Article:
Specifically, the former US men’s national team pillar took time to reflect on the privileges he’s encountered – knowingly or not – as a white male. He knows that his lived experiences aren’t accompanied by the same hesitations that his Black teammates must confront.
“I thought about it today on my way to training,” Kljestan, 34, said. “What would I feel like if I lived in my neighborhood here and I was Black, and how would I feel just walking around every day being judged? I never thought of that before and I’m embarrassed to say that, but I thought about it today and it made me so sad and angry. Enough is enough, you know. We gotta do what we gotta to make changes.”
Kljestan, along with his wife and two kids, have joined protests in Southern California that advocate for equality and against police brutality. They’re family decisions, with a conscious choice about which side of history they want to be on.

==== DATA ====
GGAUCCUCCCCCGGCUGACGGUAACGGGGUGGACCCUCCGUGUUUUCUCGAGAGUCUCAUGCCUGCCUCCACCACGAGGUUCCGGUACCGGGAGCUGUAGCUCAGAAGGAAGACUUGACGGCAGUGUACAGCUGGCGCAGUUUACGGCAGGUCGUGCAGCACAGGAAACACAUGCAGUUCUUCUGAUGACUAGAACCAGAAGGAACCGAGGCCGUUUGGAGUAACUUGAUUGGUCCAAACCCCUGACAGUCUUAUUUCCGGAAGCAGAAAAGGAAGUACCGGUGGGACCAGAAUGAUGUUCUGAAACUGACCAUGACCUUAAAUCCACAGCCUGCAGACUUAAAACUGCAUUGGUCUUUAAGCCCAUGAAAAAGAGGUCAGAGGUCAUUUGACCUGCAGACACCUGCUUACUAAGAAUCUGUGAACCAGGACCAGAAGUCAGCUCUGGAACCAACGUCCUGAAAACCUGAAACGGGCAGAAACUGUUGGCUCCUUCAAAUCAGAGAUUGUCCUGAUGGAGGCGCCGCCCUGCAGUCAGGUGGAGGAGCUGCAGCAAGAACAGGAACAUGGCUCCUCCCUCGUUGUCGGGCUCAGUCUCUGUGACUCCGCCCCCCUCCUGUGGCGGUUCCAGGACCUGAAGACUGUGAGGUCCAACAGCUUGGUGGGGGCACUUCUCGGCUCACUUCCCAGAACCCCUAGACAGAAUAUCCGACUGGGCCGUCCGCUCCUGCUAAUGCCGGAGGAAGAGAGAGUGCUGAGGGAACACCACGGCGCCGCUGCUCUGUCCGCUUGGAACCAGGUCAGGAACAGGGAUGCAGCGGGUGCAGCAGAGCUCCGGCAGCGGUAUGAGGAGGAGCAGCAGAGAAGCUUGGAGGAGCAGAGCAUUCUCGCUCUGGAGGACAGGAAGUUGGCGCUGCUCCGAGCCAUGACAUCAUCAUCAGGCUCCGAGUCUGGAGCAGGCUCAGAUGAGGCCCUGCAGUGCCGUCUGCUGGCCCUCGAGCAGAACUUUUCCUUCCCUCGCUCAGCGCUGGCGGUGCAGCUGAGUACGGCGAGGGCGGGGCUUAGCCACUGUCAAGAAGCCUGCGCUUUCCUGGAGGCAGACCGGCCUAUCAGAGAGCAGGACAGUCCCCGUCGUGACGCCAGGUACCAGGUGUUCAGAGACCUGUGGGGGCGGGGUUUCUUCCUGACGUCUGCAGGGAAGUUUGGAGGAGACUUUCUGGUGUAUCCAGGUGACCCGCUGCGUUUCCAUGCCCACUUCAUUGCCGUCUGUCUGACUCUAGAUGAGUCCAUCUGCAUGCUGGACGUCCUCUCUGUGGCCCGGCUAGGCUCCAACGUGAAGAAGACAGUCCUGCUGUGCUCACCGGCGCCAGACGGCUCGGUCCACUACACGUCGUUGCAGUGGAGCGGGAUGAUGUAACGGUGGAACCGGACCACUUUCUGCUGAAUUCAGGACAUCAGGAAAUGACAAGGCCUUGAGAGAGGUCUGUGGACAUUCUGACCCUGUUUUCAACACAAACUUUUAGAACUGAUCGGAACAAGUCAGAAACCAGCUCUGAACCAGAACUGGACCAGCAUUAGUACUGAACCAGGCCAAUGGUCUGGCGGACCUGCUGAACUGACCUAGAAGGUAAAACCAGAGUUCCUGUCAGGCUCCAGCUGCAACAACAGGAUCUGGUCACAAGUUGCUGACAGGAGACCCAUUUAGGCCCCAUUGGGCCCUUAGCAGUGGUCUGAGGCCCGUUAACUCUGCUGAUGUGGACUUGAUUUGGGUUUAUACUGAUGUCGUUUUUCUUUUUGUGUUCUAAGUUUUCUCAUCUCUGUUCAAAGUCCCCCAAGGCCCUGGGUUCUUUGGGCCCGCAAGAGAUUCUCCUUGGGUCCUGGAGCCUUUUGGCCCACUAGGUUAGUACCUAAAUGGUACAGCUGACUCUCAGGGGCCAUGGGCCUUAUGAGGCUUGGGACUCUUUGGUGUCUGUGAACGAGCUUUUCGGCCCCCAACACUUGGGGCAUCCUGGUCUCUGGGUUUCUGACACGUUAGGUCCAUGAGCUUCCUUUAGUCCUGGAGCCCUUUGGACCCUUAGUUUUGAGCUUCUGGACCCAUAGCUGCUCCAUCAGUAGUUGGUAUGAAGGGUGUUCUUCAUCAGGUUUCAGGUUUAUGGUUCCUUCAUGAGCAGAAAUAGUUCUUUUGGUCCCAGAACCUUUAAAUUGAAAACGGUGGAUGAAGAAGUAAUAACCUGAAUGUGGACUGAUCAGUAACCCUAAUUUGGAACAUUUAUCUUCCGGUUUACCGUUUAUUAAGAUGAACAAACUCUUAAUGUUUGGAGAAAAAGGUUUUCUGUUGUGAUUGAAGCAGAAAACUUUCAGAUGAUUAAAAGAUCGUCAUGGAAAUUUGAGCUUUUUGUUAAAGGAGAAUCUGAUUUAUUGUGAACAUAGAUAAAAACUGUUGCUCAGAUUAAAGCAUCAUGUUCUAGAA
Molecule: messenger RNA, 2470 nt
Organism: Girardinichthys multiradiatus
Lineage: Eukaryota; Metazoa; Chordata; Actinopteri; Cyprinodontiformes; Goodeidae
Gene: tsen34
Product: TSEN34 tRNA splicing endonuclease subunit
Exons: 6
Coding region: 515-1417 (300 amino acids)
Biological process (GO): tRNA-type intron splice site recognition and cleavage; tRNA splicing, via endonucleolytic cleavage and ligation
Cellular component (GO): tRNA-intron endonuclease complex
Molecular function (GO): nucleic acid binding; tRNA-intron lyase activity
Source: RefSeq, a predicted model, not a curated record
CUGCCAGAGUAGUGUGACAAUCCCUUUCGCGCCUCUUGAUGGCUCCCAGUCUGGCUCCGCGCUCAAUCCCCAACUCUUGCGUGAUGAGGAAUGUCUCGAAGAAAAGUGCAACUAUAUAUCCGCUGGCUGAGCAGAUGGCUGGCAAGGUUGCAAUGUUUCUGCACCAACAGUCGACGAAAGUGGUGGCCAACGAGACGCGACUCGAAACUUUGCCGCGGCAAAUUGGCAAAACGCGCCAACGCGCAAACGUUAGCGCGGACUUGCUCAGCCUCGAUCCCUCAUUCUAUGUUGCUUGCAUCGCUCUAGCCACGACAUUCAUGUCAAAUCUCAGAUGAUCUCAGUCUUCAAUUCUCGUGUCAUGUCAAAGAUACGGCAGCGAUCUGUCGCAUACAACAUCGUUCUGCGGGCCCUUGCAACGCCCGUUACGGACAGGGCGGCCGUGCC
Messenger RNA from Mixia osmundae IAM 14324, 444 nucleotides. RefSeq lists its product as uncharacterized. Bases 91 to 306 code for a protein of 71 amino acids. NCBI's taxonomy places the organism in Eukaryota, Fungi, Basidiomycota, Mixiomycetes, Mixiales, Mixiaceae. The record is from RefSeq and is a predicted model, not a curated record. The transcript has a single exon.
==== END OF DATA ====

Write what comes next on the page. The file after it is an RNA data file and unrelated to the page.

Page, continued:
“My wife and I talked about and we said to each other, ‘What are we going to tell our kids … when they get a little bit older and ask these questions about what we did in 2020?,’” Kljestan said. “We wanted to be there, and we wanted to protest with the people because what’s happened in our country isn’t fair and we need change and we don’t want to see protests all the time, but they were necessary. It was so necessary because it makes me feel ashamed that I didn’t know enough about this.”
Kljestan also hopes players keep the conversation going during the MLS is Back Tournament this July and August in Florida. More insights from Kljestan on The Call Up can be found here.